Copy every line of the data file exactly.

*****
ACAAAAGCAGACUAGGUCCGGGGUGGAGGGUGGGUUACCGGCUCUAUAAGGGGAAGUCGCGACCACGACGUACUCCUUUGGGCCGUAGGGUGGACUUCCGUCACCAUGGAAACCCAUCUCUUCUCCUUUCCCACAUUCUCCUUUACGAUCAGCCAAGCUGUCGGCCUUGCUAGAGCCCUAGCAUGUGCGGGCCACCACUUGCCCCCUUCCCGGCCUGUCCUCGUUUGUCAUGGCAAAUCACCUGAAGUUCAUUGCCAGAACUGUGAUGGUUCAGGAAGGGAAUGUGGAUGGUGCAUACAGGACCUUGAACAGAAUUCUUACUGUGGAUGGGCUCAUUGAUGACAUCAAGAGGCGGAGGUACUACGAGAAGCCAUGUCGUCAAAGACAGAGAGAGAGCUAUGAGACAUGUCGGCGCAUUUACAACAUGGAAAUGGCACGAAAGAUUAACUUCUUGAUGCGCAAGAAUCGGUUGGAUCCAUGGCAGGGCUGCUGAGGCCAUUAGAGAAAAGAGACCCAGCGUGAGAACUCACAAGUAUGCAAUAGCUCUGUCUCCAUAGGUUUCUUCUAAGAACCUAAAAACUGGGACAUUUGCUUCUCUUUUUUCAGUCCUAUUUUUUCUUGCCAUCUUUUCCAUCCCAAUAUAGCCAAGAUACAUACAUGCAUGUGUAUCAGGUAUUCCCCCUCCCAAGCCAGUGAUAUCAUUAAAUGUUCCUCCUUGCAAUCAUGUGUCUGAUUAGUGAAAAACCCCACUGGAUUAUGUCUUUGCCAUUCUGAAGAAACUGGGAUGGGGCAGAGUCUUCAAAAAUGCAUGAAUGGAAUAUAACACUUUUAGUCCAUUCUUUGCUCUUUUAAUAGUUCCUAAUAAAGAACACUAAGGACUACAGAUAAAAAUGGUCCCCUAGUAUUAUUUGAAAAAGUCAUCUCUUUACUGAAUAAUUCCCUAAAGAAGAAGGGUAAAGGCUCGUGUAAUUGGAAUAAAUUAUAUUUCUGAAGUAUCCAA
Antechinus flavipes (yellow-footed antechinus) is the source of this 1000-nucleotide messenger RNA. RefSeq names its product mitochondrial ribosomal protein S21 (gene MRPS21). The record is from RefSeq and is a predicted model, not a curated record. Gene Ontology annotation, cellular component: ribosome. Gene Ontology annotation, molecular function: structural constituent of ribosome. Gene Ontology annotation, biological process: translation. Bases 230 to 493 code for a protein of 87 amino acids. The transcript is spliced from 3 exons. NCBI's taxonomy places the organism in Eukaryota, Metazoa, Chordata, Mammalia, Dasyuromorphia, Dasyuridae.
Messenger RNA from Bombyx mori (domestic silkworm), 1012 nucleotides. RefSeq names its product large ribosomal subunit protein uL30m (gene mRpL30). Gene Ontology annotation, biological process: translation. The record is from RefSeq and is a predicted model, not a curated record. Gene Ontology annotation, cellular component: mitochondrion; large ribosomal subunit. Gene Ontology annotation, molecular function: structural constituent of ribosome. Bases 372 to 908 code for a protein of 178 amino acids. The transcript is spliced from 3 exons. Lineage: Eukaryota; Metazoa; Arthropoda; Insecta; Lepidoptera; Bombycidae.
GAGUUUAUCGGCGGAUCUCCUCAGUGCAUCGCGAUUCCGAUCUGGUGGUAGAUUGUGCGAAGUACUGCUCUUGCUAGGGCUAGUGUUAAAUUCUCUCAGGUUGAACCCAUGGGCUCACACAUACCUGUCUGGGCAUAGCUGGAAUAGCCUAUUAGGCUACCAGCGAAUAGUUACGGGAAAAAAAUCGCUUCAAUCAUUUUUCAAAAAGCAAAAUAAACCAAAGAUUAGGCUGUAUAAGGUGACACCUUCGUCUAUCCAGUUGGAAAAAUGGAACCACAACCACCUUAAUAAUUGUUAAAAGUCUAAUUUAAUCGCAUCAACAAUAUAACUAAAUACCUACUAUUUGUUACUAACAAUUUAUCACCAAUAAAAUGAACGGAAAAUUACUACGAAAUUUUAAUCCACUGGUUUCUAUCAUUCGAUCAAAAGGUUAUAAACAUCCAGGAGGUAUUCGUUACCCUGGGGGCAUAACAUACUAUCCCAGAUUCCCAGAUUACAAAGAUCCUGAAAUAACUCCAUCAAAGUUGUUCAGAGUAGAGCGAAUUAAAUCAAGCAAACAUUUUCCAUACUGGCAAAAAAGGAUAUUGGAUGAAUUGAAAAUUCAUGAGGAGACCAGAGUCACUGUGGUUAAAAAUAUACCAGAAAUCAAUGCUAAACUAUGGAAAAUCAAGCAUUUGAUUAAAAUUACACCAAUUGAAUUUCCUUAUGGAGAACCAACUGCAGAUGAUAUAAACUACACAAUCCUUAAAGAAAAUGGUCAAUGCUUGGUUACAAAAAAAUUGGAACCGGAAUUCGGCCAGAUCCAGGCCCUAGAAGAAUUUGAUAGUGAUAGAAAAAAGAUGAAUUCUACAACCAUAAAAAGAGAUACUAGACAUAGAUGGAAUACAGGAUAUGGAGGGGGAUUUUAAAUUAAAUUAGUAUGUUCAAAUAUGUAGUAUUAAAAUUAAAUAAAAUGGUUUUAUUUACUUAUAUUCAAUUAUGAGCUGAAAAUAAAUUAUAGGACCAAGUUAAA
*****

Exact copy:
ACAAAAGCAGACUAGGUCCGGGGUGGAGGGUGGGUUACCGGCUCUAUAAGGGGAAGUCGCGACCACGACGUACUCCUUUGGGCCGUAGGGUGGACUUCCGUCACCAUGGAAACCCAUCUCUUCUCCUUUCCCACAUUCUCCUUUACGAUCAGCCAAGCUGUCGGCCUUGCUAGAGCCCUAGCAUGUGCGGGCCACCACUUGCCCCCUUCCCGGCCUGUCCUCGUUUGUCAUGGCAAAUCACCUGAAGUUCAUUGCCAGAACUGUGAUGGUUCAGGAAGGGAAUGUGGAUGGUGCAUACAGGACCUUGAACAGAAUUCUUACUGUGGAUGGGCUCAUUGAUGACAUCAAGAGGCGGAGGUACUACGAGAAGCCAUGUCGUCAAAGACAGAGAGAGAGCUAUGAGACAUGUCGGCGCAUUUACAACAUGGAAAUGGCACGAAAGAUUAACUUCUUGAUGCGCAAGAAUCGGUUGGAUCCAUGGCAGGGCUGCUGAGGCCAUUAGAGAAAAGAGACCCAGCGUGAGAACUCACAAGUAUGCAAUAGCUCUGUCUCCAUAGGUUUCUUCUAAGAACCUAAAAACUGGGACAUUUGCUUCUCUUUUUUCAGUCCUAUUUUUUCUUGCCAUCUUUUCCAUCCCAAUAUAGCCAAGAUACAUACAUGCAUGUGUAUCAGGUAUUCCCCCUCCCAAGCCAGUGAUAUCAUUAAAUGUUCCUCCUUGCAAUCAUGUGUCUGAUUAGUGAAAAACCCCACUGGAUUAUGUCUUUGCCAUUCUGAAGAAACUGGGAUGGGGCAGAGUCUUCAAAAAUGCAUGAAUGGAAUAUAACACUUUUAGUCCAUUCUUUGCUCUUUUAAUAGUUCCUAAUAAAGAACACUAAGGACUACAGAUAAAAAUGGUCCCCUAGUAUUAUUUGAAAAAGUCAUCUCUUUACUGAAUAAUUCCCUAAAGAAGAAGGGUAAAGGCUCGUGUAAUUGGAAUAAAUUAUAUUUCUGAAGUAUCCAA
Antechinus flavipes (yellow-footed antechinus) is the source of this 1000-nucleotide messenger RNA. RefSeq names its product mitochondrial ribosomal protein S21 (gene MRPS21). The record is from RefSeq and is a predicted model, not a curated record. Gene Ontology annotation, cellular component: ribosome. Gene Ontology annotation, molecular function: structural constituent of ribosome. Gene Ontology annotation, biological process: translation. Bases 230 to 493 code for a protein of 87 amino acids. The transcript is spliced from 3 exons. NCBI's taxonomy places the organism in Eukaryota, Metazoa, Chordata, Mammalia, Dasyuromorphia, Dasyuridae.
Messenger RNA from Bombyx mori (domestic silkworm), 1012 nucleotides. RefSeq names its product large ribosomal subunit protein uL30m (gene mRpL30). Gene Ontology annotation, biological process: translation. The record is from RefSeq and is a predicted model, not a curated record. Gene Ontology annotation, cellular component: mitochondrion; large ribosomal subunit. Gene Ontology annotation, molecular function: structural constituent of ribosome. Bases 372 to 908 code for a protein of 178 amino acids. The transcript is spliced from 3 exons. Lineage: Eukaryota; Metazoa; Arthropoda; Insecta; Lepidoptera; Bombycidae.
GAGUUUAUCGGCGGAUCUCCUCAGUGCAUCGCGAUUCCGAUCUGGUGGUAGAUUGUGCGAAGUACUGCUCUUGCUAGGGCUAGUGUUAAAUUCUCUCAGGUUGAACCCAUGGGCUCACACAUACCUGUCUGGGCAUAGCUGGAAUAGCCUAUUAGGCUACCAGCGAAUAGUUACGGGAAAAAAAUCGCUUCAAUCAUUUUUCAAAAAGCAAAAUAAACCAAAGAUUAGGCUGUAUAAGGUGACACCUUCGUCUAUCCAGUUGGAAAAAUGGAACCACAACCACCUUAAUAAUUGUUAAAAGUCUAAUUUAAUCGCAUCAACAAUAUAACUAAAUACCUACUAUUUGUUACUAACAAUUUAUCACCAAUAAAAUGAACGGAAAAUUACUACGAAAUUUUAAUCCACUGGUUUCUAUCAUUCGAUCAAAAGGUUAUAAACAUCCAGGAGGUAUUCGUUACCCUGGGGGCAUAACAUACUAUCCCAGAUUCCCAGAUUACAAAGAUCCUGAAAUAACUCCAUCAAAGUUGUUCAGAGUAGAGCGAAUUAAAUCAAGCAAACAUUUUCCAUACUGGCAAAAAAGGAUAUUGGAUGAAUUGAAAAUUCAUGAGGAGACCAGAGUCACUGUGGUUAAAAAUAUACCAGAAAUCAAUGCUAAACUAUGGAAAAUCAAGCAUUUGAUUAAAAUUACACCAAUUGAAUUUCCUUAUGGAGAACCAACUGCAGAUGAUAUAAACUACACAAUCCUUAAAGAAAAUGGUCAAUGCUUGGUUACAAAAAAAUUGGAACCGGAAUUCGGCCAGAUCCAGGCCCUAGAAGAAUUUGAUAGUGAUAGAAAAAAGAUGAAUUCUACAACCAUAAAAAGAGAUACUAGACAUAGAUGGAAUACAGGAUAUGGAGGGGGAUUUUAAAUUAAAUUAGUAUGUUCAAAUAUGUAGUAUUAAAAUUAAAUAAAAUGGUUUUAUUUACUUAUAUUCAAUUAUGAGCUGAAAAUAAAUUAUAGGACCAAGUUAAA